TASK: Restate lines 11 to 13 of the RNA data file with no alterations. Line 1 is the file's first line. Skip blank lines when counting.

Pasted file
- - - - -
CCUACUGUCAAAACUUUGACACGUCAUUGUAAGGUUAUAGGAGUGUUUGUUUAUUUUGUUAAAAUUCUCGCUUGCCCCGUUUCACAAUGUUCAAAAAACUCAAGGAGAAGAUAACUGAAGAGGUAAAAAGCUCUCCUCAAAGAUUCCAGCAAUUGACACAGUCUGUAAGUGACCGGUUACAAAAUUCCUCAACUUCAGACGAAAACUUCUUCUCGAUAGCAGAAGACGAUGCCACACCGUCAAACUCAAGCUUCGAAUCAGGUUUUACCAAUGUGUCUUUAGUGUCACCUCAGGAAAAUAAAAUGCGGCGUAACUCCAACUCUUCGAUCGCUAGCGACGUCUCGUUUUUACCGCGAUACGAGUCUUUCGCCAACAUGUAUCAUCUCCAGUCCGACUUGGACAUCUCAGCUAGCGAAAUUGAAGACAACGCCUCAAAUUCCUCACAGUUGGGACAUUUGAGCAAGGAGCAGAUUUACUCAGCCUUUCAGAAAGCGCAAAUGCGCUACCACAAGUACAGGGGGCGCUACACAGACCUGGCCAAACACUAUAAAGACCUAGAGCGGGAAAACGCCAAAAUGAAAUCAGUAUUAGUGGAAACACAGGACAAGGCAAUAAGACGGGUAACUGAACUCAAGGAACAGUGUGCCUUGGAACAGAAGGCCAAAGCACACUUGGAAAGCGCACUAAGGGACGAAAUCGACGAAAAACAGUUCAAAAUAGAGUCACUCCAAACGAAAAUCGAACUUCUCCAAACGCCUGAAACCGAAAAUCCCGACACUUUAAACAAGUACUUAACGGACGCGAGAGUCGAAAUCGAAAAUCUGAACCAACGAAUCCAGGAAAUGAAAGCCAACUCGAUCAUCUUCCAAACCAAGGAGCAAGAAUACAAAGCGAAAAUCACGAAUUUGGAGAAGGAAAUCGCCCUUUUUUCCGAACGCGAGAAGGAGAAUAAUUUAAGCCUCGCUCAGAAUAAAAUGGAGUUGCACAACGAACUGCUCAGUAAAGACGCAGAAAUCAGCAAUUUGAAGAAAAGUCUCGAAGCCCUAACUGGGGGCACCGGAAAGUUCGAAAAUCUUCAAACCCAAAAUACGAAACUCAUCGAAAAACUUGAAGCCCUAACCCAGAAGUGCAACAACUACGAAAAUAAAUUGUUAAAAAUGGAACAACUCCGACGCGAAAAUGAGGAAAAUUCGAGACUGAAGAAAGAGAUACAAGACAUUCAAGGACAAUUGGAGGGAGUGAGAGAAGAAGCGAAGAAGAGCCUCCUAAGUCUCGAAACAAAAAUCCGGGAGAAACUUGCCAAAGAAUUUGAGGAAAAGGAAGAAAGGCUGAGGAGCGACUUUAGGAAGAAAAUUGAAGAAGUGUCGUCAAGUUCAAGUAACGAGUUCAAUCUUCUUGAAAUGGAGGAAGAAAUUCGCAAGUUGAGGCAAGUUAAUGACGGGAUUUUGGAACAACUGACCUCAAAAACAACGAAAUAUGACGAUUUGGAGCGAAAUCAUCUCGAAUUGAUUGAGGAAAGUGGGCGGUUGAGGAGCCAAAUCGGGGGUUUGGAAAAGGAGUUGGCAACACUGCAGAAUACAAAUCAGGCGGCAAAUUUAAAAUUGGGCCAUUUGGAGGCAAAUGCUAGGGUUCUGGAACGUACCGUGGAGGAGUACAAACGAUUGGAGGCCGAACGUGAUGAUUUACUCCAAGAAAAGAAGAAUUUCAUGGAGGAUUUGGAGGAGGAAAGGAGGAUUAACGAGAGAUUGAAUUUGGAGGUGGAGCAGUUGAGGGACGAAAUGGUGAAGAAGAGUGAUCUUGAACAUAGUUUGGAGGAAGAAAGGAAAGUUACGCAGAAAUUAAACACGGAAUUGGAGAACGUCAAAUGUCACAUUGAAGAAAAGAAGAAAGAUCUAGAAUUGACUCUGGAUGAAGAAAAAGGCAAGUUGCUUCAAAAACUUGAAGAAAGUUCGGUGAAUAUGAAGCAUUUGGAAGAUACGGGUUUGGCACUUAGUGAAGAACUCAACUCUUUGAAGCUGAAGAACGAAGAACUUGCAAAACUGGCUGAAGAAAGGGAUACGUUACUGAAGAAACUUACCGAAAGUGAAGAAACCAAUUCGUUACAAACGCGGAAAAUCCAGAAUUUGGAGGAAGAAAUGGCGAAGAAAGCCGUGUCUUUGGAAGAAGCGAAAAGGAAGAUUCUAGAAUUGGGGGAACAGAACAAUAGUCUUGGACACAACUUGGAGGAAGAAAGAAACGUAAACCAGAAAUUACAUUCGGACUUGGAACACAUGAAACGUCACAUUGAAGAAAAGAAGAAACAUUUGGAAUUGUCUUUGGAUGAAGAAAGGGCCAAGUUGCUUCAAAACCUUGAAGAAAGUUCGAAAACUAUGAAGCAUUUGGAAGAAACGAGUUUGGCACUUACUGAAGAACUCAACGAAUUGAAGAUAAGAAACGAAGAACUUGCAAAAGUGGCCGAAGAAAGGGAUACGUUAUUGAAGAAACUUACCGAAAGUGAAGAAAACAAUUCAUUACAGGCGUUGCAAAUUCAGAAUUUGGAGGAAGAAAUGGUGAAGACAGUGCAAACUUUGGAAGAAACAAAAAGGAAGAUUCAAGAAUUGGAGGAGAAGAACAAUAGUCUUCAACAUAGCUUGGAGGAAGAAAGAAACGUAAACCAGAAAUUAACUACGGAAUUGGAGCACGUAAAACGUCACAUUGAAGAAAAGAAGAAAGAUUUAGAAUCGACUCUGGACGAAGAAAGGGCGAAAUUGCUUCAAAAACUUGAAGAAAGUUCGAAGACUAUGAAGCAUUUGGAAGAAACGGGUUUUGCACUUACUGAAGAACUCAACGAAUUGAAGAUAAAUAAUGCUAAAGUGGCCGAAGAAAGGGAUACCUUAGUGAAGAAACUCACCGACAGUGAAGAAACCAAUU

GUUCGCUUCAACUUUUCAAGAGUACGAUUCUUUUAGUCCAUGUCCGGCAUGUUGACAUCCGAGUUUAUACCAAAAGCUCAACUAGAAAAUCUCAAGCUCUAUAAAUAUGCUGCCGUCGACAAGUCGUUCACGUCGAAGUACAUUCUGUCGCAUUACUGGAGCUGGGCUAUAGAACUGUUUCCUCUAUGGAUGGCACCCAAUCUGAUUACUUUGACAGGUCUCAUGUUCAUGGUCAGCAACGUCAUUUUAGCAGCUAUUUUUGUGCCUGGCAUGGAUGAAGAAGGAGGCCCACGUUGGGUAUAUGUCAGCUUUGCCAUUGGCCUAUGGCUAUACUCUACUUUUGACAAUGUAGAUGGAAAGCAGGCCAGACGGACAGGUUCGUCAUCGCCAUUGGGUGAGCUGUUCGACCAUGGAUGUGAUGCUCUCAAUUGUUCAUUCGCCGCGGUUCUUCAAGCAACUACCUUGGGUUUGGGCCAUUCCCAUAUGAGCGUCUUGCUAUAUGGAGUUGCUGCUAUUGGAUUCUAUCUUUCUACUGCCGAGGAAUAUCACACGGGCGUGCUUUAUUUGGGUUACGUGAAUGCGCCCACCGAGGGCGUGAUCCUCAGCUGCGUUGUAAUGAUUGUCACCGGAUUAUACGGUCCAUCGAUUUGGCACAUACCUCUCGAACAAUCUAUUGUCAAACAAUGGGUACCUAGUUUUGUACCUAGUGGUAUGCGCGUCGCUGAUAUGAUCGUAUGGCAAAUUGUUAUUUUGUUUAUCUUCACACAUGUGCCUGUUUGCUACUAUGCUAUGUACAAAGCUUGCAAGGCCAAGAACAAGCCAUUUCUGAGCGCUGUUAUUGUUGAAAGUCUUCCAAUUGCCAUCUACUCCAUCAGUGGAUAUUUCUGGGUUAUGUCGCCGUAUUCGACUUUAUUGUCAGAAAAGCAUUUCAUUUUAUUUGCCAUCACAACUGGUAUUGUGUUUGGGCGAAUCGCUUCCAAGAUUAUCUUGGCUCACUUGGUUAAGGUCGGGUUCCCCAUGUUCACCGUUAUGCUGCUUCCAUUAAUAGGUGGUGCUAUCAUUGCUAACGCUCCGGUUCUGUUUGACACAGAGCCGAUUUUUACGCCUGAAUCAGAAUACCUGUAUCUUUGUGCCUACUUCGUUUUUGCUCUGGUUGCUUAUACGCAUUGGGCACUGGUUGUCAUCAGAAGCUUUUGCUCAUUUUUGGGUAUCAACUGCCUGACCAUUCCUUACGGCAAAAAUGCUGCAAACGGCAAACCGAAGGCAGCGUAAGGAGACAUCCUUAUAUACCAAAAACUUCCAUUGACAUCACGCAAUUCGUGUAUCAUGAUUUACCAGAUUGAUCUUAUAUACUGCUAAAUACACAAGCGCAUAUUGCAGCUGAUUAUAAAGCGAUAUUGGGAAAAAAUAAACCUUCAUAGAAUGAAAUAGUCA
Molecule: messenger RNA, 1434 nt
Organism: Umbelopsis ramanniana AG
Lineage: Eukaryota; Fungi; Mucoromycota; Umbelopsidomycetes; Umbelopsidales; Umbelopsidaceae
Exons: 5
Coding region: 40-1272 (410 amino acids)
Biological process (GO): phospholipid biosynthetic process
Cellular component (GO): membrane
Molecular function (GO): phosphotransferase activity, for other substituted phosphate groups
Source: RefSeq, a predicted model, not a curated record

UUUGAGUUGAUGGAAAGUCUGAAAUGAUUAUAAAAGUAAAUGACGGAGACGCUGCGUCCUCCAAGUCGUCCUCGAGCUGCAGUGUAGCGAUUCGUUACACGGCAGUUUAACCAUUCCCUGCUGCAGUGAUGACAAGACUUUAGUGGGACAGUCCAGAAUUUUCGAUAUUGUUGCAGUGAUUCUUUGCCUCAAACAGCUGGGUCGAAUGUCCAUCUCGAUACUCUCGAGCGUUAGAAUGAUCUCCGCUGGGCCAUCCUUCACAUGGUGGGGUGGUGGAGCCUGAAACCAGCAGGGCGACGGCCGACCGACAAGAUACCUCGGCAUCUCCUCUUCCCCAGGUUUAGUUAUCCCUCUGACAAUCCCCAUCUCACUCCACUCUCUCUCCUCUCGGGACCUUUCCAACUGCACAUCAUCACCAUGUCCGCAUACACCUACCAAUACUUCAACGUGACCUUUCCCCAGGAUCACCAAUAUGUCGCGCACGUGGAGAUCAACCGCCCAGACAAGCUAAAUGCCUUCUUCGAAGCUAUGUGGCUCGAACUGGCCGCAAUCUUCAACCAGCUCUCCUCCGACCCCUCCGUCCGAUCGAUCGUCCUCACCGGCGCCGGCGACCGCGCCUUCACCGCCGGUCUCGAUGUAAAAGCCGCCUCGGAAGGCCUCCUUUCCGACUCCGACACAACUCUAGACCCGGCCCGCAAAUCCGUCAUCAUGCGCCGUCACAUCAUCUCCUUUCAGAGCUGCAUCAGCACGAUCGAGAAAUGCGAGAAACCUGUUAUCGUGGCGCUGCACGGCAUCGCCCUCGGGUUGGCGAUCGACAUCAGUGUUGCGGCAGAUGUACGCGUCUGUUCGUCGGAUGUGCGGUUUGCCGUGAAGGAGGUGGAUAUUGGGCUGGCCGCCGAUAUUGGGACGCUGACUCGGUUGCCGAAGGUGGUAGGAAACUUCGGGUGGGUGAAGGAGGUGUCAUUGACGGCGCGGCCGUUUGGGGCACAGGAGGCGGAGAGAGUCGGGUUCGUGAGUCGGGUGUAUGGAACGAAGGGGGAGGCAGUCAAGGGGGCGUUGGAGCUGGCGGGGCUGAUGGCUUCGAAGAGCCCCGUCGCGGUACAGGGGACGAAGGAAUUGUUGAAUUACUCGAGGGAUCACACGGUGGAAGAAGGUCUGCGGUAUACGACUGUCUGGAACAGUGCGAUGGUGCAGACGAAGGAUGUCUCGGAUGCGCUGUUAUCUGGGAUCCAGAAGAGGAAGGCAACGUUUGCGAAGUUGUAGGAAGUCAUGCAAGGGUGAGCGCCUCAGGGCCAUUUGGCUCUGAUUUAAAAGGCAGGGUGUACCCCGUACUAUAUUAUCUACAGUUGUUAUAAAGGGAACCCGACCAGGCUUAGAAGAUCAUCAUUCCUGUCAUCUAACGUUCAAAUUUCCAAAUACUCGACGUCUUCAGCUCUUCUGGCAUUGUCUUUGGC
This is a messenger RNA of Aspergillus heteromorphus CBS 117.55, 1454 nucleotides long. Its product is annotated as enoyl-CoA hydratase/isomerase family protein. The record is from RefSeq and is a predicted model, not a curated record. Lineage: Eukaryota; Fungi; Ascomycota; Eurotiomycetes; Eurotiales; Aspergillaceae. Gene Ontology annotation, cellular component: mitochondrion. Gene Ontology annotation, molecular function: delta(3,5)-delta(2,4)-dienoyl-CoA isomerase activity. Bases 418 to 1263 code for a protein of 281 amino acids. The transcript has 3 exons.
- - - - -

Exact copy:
Source: RefSeq, a predicted model, not a curated record

UUUGAGUUGAUGGAAAGUCUGAAAUGAUUAUAAAAGUAAAUGACGGAGACGCUGCGUCCUCCAAGUCGUCCUCGAGCUGCAGUGUAGCGAUUCGUUACACGGCAGUUUAACCAUUCCCUGCUGCAGUGAUGACAAGACUUUAGUGGGACAGUCCAGAAUUUUCGAUAUUGUUGCAGUGAUUCUUUGCCUCAAACAGCUGGGUCGAAUGUCCAUCUCGAUACUCUCGAGCGUUAGAAUGAUCUCCGCUGGGCCAUCCUUCACAUGGUGGGGUGGUGGAGCCUGAAACCAGCAGGGCGACGGCCGACCGACAAGAUACCUCGGCAUCUCCUCUUCCCCAGGUUUAGUUAUCCCUCUGACAAUCCCCAUCUCACUCCACUCUCUCUCCUCUCGGGACCUUUCCAACUGCACAUCAUCACCAUGUCCGCAUACACCUACCAAUACUUCAACGUGACCUUUCCCCAGGAUCACCAAUAUGUCGCGCACGUGGAGAUCAACCGCCCAGACAAGCUAAAUGCCUUCUUCGAAGCUAUGUGGCUCGAACUGGCCGCAAUCUUCAACCAGCUCUCCUCCGACCCCUCCGUCCGAUCGAUCGUCCUCACCGGCGCCGGCGACCGCGCCUUCACCGCCGGUCUCGAUGUAAAAGCCGCCUCGGAAGGCCUCCUUUCCGACUCCGACACAACUCUAGACCCGGCCCGCAAAUCCGUCAUCAUGCGCCGUCACAUCAUCUCCUUUCAGAGCUGCAUCAGCACGAUCGAGAAAUGCGAGAAACCUGUUAUCGUGGCGCUGCACGGCAUCGCCCUCGGGUUGGCGAUCGACAUCAGUGUUGCGGCAGAUGUACGCGUCUGUUCGUCGGAUGUGCGGUUUGCCGUGAAGGAGGUGGAUAUUGGGCUGGCCGCCGAUAUUGGGACGCUGACUCGGUUGCCGAAGGUGGUAGGAAACUUCGGGUGGGUGAAGGAGGUGUCAUUGACGGCGCGGCCGUUUGGGGCACAGGAGGCGGAGAGAGUCGGGUUCGUGAGUCGGGUGUAUGGAACGAAGGGGGAGGCAGUCAAGGGGGCGUUGGAGCUGGCGGGGCUGAUGGCUUCGAAGAGCCCCGUCGCGGUACAGGGGACGAAGGAAUUGUUGAAUUACUCGAGGGAUCACACGGUGGAAGAAGGUCUGCGGUAUACGACUGUCUGGAACAGUGCGAUGGUGCAGACGAAGGAUGUCUCGGAUGCGCUGUUAUCUGGGAUCCAGAAGAGGAAGGCAACGUUUGCGAAGUUGUAGGAAGUCAUGCAAGGGUGAGCGCCUCAGGGCCAUUUGGCUCUGAUUUAAAAGGCAGGGUGUACCCCGUACUAUAUUAUCUACAGUUGUUAUAAAGGGAACCCGACCAGGCUUAGAAGAUCAUCAUUCCUGUCAUCUAACGUUCAAAUUUCCAAAUACUCGACGUCUUCAGCUCUUCUGGCAUUGUCUUUGGC
This is a messenger RNA of Aspergillus heteromorphus CBS 117.55, 1454 nucleotides long. Its product is annotated as enoyl-CoA hydratase/isomerase family protein. The record is from RefSeq and is a predicted model, not a curated record. Lineage: Eukaryota; Fungi; Ascomycota; Eurotiomycetes; Eurotiales; Aspergillaceae. Gene Ontology annotation, cellular component: mitochondrion. Gene Ontology annotation, molecular function: delta(3,5)-delta(2,4)-dienoyl-CoA isomerase activity. Bases 418 to 1263 code for a protein of 281 amino acids. The transcript has 3 exons.